Google is so passé. (Not really; Google, don’t hate me!)
Ahem, anyway, as I was saying, Google isn’t the only way to find fun websites anymore. In fact, I dare say it’s not the best or even a good way to find a fun website. StumbleUpon is better (much better!). So, here’s StumbleUpon from start to finish!
Using StumbleUpon is very easy. You do have to go to their site, StumbleUpon.com to join and download their toolbar. They have toolbars for IE and Firefox browsers.
Once you’ve entered your identification info, you get to choose your topics to browse. These include everything from blogs to marketing to parenting to religion to writing to politics and back. Choose well; this will impact how satisfied you are with the results.
Using the Toolbar
Now you’re all ready to go. Click the “Stumble!” button to be taken to a random website recommended in one of your topic areas. If you like the site that comes up, click the thumbs up “I like it!” If you don’t like it, click the thumbs down. If you’re indifferent, feel free to click “Stumble!” again.
The “Send to” button lets you e-mail your favorite pages to StumbleUpon friends (I’ll be your StumbleUpon friend) or other friends. The talk bubble lets you see comments on the current page and make your own.
The Channel options are: (globe) see a page from any of your topics (like the “Stumble!” button), (people) see a page from my friends, (newspaper) show a news item, (pictures) show an image, (movie reel) show a movie (there’s also StumbleVideo for this). The All option at the end lets you choose a single topic of yours to stumble in (ie, if I clicked “All” and chose “Knitting” when I hit “Stumble!” it will show me only knitting pages). You can also search, or visit other stumblers or wikis from the All menu.
Favorites takes you to a “blog” with all of the pages you’ve ‘thumbed’ or rated. Friends shows you your SU friends. Tools lets you sign in or out, change your password, update your options or topics, etc.
Getting onto StumbleUpon
There are two ways to get into SU: natural and paid. You can sign up for the StumbleUpon Paid Inclusion program, buying a certain number of visitors for $0.05 a piece, or you can get added by a StumbleUpon user. Yes, you can add yourself, and as far as I can tell, it’s not shunned as it is on sites like Digg.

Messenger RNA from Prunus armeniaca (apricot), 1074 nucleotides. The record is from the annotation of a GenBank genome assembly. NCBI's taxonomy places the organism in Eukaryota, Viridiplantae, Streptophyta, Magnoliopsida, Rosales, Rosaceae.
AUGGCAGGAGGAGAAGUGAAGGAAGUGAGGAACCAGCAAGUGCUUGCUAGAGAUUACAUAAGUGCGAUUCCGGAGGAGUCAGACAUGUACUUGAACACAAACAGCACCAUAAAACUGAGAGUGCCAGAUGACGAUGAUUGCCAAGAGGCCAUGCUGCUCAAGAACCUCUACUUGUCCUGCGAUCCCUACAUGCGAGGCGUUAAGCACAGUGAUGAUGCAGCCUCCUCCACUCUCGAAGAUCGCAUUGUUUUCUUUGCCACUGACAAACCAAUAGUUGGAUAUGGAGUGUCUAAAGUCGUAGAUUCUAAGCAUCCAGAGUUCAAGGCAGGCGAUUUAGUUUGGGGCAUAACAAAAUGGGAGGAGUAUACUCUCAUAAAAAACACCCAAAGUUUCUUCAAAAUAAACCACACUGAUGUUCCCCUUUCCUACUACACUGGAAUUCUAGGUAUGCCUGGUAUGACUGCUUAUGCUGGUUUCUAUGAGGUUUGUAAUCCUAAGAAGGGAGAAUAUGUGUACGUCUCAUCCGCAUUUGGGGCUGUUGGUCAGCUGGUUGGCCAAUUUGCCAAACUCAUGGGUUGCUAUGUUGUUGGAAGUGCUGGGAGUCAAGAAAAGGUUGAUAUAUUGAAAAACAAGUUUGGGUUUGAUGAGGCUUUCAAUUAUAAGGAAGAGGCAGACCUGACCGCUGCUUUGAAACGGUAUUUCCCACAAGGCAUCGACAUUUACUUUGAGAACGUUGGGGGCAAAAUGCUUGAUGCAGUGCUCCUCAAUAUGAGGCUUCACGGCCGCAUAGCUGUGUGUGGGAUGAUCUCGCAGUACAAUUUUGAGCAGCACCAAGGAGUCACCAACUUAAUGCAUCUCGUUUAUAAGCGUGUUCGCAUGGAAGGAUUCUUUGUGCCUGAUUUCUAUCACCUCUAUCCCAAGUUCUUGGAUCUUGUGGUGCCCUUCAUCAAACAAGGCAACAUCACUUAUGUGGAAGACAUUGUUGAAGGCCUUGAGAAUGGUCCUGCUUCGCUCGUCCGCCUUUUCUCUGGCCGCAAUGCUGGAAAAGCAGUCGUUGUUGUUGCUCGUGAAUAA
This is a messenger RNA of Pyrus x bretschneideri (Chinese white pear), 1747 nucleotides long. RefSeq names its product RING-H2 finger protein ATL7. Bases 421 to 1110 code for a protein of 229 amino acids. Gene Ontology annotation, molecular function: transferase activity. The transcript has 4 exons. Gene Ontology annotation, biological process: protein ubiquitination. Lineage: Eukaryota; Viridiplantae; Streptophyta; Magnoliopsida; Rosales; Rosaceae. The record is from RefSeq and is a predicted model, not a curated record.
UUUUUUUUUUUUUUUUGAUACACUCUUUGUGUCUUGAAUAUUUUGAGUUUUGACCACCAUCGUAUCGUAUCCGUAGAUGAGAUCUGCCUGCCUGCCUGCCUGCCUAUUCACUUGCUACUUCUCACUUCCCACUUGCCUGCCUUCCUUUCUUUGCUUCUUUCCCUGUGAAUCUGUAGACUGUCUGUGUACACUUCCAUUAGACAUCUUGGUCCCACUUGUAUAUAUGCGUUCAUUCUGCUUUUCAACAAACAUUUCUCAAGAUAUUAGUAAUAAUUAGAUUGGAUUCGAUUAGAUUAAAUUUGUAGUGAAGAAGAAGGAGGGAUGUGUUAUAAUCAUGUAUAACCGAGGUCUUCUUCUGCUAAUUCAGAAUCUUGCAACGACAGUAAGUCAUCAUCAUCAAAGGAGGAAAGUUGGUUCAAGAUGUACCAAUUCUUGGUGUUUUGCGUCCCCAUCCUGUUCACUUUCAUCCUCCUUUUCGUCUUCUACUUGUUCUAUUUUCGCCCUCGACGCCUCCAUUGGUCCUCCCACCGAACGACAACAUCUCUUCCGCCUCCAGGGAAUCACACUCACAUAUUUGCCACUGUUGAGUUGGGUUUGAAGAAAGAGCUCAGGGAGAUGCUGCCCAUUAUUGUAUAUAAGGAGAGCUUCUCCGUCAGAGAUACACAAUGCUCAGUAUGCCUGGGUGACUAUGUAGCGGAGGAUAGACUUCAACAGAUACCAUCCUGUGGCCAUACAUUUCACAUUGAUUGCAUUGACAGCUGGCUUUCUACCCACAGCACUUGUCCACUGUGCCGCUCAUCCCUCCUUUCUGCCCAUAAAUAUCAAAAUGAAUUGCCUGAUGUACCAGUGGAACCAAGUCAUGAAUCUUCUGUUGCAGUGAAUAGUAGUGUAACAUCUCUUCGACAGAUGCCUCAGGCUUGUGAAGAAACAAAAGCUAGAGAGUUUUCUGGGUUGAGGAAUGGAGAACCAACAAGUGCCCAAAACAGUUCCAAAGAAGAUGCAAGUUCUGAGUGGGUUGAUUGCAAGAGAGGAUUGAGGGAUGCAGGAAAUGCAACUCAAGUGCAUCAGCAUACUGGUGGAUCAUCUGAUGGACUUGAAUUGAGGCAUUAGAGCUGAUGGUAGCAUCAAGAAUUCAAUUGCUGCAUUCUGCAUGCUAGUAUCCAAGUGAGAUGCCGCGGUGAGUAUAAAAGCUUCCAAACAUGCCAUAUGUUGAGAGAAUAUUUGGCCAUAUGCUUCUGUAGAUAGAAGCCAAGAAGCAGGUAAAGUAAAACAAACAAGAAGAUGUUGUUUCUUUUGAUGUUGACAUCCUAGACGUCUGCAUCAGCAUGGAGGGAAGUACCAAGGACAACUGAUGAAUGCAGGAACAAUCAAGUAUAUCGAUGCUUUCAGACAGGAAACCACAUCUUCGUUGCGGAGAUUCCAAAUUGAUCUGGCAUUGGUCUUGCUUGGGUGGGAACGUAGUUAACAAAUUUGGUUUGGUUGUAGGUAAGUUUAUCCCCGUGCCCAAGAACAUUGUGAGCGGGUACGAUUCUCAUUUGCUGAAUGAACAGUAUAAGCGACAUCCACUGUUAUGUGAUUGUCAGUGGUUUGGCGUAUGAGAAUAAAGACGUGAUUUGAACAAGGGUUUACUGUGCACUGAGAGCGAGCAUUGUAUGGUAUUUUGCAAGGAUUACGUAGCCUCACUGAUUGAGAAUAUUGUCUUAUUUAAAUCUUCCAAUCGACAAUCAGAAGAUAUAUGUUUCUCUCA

To submit a page, click the thumbs up button. If the page has already been submitted, your vote will count as a thumbs up vote. If it hasn’t already been submitted, you get this popup:
Fill in the data and voilá . You are on StumbleUpon.
Doing Well on StumbleUpon
Doing well personally: To “succeed” on StumbleUpon, one of the most important things you can do is to Stumble. A lot. Whenever you come across a site you like, “thumb.” The more sites you rate and submit, the more power and influence you wield. I’ve rated 186 sites, about half of which were original “discoveries” (I accidentally submitted the first 30 something posts from my blog at one point, that’s included in those numbers.) Because I”ve submitted and thumbed plenty of stories, I also have 8 “fans” now, or Stumblers who like the same things as I do. Having a bigger network of friends and fans on StumbleUpon ensures that your sites are seen by more people.
Getting your site to do well: A page’s success depends on several factors. It must be labeled in the best topic and tagged well. My most successful pages on StumbleUpon have brought hundreds of visitors in a day because the people visiting my site gave it a thumbs up. The more thumbs up a page gets, the more people get to see it.
This post is a part of the eMoms To Do Wishlist Group Research Project and Works-for-Me Wednesday.Don’t forget: Monday will open the Group Writing Project!!